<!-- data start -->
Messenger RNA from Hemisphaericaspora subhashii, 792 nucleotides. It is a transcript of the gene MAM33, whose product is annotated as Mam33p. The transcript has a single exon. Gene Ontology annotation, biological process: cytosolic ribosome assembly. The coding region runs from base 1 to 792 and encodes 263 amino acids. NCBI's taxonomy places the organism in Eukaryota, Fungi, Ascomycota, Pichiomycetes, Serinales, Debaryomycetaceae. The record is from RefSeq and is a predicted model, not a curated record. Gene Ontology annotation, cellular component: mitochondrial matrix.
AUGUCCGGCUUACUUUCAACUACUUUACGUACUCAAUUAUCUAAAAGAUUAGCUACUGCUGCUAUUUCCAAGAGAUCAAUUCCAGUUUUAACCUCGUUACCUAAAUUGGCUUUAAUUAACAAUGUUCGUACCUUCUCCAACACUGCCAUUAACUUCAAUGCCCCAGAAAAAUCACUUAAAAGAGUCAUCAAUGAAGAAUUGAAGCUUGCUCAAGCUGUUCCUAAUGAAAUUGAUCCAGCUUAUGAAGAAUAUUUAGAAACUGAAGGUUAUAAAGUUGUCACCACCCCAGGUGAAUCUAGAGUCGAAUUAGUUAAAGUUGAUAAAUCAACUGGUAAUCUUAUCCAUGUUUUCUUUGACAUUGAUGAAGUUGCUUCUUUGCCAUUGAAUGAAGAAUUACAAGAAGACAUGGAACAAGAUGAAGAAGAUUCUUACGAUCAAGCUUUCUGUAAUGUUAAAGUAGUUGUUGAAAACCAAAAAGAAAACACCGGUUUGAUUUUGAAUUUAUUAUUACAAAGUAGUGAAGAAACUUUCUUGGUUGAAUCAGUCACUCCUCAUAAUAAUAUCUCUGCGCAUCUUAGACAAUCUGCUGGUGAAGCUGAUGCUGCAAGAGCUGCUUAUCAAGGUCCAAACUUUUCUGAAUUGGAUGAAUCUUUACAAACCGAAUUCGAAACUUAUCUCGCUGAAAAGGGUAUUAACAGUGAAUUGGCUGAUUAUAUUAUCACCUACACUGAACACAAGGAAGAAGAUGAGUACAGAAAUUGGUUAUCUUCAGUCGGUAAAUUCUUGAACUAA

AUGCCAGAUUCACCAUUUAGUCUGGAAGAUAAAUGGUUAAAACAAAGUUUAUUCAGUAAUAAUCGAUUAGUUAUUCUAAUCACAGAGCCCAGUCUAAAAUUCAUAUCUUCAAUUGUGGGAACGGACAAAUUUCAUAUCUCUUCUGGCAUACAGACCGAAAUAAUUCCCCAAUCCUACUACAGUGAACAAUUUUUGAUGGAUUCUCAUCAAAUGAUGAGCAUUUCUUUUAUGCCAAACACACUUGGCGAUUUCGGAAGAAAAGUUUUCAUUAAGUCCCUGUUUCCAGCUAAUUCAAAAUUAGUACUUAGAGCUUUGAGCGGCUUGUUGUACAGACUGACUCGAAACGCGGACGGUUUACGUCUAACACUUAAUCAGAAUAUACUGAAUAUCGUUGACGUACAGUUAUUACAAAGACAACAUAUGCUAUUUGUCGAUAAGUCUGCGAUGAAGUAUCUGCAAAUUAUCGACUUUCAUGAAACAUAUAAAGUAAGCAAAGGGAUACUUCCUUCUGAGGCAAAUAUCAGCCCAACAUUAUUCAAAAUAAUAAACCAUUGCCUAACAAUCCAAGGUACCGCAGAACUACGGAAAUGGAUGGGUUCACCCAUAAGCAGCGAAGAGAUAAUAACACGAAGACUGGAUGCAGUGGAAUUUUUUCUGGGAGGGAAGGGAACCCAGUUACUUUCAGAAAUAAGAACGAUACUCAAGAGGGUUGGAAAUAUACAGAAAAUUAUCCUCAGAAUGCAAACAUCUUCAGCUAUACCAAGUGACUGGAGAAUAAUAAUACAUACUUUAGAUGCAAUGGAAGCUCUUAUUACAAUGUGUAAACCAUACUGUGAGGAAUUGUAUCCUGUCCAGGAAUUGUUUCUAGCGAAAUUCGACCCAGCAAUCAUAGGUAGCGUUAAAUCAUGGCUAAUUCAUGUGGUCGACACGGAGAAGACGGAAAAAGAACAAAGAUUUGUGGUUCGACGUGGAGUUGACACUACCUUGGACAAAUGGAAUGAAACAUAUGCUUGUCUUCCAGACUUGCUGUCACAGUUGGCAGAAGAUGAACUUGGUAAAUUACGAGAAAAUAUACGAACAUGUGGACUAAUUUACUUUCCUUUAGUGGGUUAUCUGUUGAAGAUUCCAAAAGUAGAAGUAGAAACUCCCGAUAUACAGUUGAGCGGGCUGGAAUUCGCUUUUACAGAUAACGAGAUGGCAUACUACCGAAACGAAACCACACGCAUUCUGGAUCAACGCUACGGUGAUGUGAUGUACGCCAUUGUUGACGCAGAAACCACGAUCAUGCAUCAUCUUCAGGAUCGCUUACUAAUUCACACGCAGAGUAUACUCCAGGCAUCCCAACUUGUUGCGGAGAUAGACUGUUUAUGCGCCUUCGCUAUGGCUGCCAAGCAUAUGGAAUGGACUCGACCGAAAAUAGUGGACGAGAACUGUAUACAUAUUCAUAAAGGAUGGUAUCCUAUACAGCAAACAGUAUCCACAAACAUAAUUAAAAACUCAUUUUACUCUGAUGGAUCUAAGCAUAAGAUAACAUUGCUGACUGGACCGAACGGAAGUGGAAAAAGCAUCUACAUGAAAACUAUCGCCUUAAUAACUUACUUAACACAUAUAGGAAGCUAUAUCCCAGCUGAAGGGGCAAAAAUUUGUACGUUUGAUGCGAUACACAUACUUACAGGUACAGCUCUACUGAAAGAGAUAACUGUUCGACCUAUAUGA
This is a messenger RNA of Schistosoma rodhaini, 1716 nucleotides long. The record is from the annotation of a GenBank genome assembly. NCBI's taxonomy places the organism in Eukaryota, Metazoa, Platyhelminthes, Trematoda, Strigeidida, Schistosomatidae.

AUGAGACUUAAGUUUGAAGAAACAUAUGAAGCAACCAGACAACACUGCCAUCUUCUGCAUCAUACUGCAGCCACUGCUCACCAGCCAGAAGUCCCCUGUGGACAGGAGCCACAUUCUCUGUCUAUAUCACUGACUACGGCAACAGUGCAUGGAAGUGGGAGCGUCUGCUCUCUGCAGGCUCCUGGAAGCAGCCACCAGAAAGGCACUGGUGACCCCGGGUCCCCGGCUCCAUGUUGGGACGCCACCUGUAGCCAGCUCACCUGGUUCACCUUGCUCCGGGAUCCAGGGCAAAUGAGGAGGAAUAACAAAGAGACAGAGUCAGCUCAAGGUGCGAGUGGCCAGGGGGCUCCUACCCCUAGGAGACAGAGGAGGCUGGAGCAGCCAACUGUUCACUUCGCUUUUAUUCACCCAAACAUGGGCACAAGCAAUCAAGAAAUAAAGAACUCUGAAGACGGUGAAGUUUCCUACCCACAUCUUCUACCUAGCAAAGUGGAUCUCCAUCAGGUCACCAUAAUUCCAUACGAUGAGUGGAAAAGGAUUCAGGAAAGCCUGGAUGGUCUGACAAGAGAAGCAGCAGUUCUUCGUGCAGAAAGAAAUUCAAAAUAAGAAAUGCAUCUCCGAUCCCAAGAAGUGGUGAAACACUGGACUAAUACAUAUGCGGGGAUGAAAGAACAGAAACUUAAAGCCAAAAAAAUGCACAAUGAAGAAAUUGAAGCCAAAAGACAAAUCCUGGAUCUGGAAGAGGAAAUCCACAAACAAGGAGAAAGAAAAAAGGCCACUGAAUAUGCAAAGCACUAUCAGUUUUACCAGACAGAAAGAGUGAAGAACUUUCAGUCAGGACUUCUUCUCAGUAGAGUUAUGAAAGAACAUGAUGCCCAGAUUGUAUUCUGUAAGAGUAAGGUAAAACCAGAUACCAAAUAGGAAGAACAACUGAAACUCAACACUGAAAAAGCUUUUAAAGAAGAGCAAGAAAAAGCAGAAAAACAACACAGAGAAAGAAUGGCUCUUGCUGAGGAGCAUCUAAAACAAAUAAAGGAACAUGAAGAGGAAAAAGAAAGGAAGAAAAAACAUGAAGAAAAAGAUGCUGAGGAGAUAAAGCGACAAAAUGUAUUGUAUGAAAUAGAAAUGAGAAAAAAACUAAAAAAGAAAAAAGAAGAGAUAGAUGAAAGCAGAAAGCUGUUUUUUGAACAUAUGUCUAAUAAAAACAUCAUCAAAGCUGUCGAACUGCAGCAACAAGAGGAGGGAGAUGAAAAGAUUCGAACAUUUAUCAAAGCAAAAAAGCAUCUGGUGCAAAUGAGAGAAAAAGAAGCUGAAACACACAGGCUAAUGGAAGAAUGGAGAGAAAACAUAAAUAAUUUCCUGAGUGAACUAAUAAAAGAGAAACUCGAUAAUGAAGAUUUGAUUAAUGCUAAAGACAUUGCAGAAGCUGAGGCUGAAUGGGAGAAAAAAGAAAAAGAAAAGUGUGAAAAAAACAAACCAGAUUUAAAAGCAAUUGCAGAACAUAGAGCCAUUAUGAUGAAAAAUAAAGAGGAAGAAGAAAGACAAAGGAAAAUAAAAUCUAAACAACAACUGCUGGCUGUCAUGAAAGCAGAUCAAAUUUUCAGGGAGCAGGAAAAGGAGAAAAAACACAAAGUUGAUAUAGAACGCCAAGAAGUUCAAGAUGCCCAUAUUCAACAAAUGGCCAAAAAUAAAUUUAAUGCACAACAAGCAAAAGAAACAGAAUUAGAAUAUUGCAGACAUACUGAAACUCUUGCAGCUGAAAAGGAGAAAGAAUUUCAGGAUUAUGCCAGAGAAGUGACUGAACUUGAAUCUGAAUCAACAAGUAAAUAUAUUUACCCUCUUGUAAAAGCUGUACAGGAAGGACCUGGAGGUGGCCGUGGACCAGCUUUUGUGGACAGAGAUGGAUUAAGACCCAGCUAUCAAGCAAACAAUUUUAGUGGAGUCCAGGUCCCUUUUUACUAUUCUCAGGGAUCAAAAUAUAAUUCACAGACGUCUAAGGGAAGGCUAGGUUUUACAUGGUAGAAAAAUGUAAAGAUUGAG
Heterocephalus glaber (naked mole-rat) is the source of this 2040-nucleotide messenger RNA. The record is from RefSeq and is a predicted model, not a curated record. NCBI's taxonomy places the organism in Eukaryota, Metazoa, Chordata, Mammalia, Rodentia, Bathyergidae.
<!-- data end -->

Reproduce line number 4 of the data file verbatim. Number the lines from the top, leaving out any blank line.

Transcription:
This is a messenger RNA of Schistosoma rodhaini, 1716 nucleotides long. The record is from the annotation of a GenBank genome assembly. NCBI's taxonomy places the organism in Eukaryota, Metazoa, Platyhelminthes, Trematoda, Strigeidida, Schistosomatidae.